While the Punjab and Haryana High Court in all its wisdom gave the nod to abortion, pragmatically right in its assumption — how will a defenceless orphan girl take care of her baby? And many would argue that at a tender age of 19 why should she carry the burden of a child forced upon her by cruel twist of circumstances and the barbarous act of a man or men?

However, the Supreme Court, once again not in the wrong, thought otherwise. Perhaps, motivated by the NGOs who have promised to take care of the child or the judges’ natural instinct to be on the side of life, the apex court has decided in favour of life — let the child be born.

This is exactly what the lead protagonist in Kundan Shah’s movie “Kya Kehna” that tackled the thorny issue of pre-marital pregnancy declared. Jilted by her lover, the heroine decides to give birth to her baby, a choice that expectedly earns her the chagrin of adversaries but also parents, friends and well-wishers. But as is with all Hindi movies, even in this path-breaking one, all is well that ends well.

Will it for the hapless girl unmindful of the consequences for or against? Can the society that could not protect her dignity be trusted to save her (and her baby) from further harm?

Suddenly, my naani’s words acquire a different meaning. Had she been alive, in all likelihood, she would have said: let no mother face such a quandary —and no baby, born or unborn, such a question mark.

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OPED

Ads for news: Practice can dent image of some channels, papers
by Kuldip Nayar

THE other day there was a seminar in Delhi about the allegations that during the Lok Sabha elections both the print and electronic media not only took money from political parties and candidates, but also extorted as much as they could.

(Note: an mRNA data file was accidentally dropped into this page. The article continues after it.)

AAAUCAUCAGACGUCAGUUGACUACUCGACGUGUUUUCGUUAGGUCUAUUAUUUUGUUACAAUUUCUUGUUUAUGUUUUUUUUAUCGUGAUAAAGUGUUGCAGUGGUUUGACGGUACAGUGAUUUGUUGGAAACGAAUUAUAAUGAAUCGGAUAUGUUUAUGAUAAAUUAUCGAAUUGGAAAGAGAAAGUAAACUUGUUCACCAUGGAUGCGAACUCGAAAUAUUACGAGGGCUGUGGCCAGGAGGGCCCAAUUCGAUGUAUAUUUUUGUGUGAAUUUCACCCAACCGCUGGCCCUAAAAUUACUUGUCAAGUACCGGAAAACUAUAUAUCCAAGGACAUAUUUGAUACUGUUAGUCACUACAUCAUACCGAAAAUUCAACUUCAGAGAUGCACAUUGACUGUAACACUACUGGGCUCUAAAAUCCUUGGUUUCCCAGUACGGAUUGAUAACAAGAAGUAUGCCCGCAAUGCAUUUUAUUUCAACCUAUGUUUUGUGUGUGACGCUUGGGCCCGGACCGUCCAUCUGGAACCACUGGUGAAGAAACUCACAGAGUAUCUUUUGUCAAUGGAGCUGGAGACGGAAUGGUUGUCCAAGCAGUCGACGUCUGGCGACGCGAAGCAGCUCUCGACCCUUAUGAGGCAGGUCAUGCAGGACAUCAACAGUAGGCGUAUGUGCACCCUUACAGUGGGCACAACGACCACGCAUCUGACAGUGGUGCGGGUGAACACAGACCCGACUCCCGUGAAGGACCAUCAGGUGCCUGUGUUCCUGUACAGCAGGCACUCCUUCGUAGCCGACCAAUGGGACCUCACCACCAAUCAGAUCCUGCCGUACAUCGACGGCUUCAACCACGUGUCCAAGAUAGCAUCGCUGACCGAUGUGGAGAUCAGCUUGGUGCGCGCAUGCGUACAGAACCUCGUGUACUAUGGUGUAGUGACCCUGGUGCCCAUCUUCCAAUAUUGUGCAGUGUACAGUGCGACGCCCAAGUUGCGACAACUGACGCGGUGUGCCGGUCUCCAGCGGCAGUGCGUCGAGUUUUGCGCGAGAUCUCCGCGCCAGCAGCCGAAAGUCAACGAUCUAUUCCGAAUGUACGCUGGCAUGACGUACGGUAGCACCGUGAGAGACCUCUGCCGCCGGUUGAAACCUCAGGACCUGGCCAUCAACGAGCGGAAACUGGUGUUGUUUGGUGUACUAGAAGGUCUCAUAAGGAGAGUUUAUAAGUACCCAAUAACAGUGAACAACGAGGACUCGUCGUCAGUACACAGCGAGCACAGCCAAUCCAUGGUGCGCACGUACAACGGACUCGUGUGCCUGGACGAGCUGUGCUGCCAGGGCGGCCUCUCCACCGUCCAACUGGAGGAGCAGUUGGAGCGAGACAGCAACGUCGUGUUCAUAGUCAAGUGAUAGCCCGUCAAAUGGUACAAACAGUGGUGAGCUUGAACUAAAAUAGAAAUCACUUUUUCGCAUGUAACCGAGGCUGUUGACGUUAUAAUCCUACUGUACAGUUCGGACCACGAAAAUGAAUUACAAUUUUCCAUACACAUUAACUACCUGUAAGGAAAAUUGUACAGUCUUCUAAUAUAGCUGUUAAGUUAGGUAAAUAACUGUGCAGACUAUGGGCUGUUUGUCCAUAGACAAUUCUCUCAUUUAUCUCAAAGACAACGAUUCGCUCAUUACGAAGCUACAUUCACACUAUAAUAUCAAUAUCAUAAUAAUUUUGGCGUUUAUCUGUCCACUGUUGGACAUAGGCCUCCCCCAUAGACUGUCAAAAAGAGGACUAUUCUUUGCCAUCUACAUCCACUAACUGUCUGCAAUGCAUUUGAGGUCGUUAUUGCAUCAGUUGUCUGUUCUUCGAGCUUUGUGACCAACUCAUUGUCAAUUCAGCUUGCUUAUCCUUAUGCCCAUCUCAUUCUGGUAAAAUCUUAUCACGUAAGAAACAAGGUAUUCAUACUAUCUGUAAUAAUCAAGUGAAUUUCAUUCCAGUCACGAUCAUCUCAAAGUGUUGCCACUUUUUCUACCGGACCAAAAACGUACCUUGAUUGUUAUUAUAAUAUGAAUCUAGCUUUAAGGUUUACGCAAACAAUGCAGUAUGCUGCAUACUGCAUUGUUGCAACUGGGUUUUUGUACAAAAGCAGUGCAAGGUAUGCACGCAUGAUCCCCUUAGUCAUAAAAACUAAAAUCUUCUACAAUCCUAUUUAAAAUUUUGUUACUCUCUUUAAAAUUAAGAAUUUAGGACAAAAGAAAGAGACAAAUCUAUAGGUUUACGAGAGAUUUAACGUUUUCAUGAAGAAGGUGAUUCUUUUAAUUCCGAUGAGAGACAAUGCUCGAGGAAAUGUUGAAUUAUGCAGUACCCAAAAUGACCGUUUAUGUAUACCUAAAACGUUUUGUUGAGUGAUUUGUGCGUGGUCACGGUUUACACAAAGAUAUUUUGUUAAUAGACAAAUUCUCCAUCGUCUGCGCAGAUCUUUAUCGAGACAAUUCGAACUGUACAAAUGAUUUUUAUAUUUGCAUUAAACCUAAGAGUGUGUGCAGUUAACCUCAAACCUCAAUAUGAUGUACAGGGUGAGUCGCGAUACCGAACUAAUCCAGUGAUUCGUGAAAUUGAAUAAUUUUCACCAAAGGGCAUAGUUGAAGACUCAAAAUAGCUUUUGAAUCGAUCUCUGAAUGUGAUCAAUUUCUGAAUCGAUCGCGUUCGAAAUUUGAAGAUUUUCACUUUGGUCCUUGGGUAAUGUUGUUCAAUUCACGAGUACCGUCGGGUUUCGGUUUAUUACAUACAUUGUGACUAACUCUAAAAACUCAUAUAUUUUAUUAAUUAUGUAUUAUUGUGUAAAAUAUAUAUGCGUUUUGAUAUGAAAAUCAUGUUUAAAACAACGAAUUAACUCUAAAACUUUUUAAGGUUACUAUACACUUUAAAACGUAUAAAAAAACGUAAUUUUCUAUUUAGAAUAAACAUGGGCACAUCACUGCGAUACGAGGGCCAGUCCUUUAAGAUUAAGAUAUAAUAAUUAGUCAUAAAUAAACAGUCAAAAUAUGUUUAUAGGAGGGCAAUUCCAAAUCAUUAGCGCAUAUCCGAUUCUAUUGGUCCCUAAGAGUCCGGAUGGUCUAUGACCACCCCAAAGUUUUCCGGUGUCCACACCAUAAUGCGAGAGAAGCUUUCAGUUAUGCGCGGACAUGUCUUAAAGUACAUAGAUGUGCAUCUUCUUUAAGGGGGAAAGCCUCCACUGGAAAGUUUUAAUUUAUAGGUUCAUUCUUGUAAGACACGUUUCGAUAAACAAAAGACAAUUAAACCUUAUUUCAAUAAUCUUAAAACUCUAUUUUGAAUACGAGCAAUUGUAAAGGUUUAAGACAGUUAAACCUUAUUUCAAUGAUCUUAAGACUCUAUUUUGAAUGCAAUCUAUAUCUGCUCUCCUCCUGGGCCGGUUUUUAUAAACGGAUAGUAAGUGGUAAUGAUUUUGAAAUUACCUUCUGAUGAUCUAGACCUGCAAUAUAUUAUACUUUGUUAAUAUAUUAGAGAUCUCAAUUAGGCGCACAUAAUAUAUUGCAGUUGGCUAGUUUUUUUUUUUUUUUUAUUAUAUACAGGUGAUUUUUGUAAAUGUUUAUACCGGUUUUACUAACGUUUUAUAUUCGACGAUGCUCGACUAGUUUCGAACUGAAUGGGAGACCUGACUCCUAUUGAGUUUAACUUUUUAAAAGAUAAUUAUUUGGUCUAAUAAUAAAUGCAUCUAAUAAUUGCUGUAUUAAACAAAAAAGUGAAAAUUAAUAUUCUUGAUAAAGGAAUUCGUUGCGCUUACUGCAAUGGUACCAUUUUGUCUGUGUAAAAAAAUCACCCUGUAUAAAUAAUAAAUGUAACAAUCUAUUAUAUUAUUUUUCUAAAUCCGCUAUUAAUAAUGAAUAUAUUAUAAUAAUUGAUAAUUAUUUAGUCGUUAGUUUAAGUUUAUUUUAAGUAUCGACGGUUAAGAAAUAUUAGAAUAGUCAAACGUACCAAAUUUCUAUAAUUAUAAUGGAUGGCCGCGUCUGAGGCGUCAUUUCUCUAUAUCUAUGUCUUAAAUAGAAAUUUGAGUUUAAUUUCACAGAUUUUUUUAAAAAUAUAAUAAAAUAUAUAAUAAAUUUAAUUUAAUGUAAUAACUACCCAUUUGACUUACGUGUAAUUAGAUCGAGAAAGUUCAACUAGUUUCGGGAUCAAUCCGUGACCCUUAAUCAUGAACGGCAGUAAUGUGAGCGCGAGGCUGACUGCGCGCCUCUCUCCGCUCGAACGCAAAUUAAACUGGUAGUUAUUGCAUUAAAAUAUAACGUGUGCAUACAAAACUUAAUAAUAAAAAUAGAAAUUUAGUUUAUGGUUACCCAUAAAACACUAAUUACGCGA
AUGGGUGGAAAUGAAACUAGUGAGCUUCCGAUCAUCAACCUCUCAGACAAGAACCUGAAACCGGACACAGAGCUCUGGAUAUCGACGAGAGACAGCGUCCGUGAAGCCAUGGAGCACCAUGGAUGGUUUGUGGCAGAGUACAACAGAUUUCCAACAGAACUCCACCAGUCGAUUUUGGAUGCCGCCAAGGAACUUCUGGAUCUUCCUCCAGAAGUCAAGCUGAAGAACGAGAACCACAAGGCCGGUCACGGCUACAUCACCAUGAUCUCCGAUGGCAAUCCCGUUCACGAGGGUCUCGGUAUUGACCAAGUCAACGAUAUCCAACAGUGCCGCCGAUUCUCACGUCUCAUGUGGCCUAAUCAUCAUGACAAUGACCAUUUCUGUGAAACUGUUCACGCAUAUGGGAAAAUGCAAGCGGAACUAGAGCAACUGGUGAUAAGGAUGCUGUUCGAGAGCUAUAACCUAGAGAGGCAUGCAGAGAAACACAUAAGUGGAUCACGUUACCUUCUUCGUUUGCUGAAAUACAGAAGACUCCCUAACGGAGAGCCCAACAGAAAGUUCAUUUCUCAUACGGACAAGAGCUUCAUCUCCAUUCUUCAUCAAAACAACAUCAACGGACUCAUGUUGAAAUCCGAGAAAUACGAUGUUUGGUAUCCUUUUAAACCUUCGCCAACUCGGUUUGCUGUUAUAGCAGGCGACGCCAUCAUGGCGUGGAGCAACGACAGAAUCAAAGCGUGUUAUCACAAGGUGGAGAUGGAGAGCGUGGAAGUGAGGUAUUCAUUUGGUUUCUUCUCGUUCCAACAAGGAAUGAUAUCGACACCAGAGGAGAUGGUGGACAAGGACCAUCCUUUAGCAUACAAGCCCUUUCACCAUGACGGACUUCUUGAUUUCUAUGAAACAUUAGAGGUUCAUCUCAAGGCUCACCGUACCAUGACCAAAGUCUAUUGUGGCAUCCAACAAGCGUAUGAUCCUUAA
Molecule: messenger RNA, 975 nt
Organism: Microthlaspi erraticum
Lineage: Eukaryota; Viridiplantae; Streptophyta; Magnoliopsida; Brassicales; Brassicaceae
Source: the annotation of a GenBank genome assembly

Human Resources Development Minister Kapil Sibal, who inaugurated the session, contended that “they” knew how stories were planted and paid for.

Several journalists also admitted that a lot of money changed hands during the election campaign. Nothing came out of the seminar, but a senior political leader told me that if a commission were to be set up to inquire into such dubious practices, he for one would be prepared to give evidence. It came as a shock to me when I did not find even a word about the seminar or Sibal’s allegation in newspapers or television. Obviously, we are all naked together. Some of us have, however, approached the Press Council to set up a committee to go into the allegations of slush money being used during the campaign.

The Election Commission has also been tapped unofficially to find its response. One member said that if payments could be proved, the Election Commission would consider them as expenses of the candidates. Such charges were also made during the last Lok Sabha elections. But then the quantum of payment was small and the number of newspapers and TV channels involved was limited. This time it seems there has been a free for all. Names of leading newspapers and TV channels are hawked about in the bazaar. Even otherwise, the Press in India has humiliated itself since the Emergency. With the exception of very few newspapers and journalists, others caved in under pressure or for a price. L.K.Advani made an apt remark after the Emergency: “You were asked to bend, but you began to crawl.”

Since then the mystique of journalism has been lessening by the day and now the media has been reduced to tittle-tattle.

Celebrities from the cine world or cricket are the only personalities that count where the media is concerned. Newspapers copy TV channels in sensation and the latter in turn copy newspapers in pontificating.

I must admit that I found journalists in Pakistan, Bangladesh and Sri Lanka had more gumption than people in our media. Pakistan had martial law and journalists defied it and got lashes. In India the Emergency at best could detain people in jail. Still, we failed shamefully.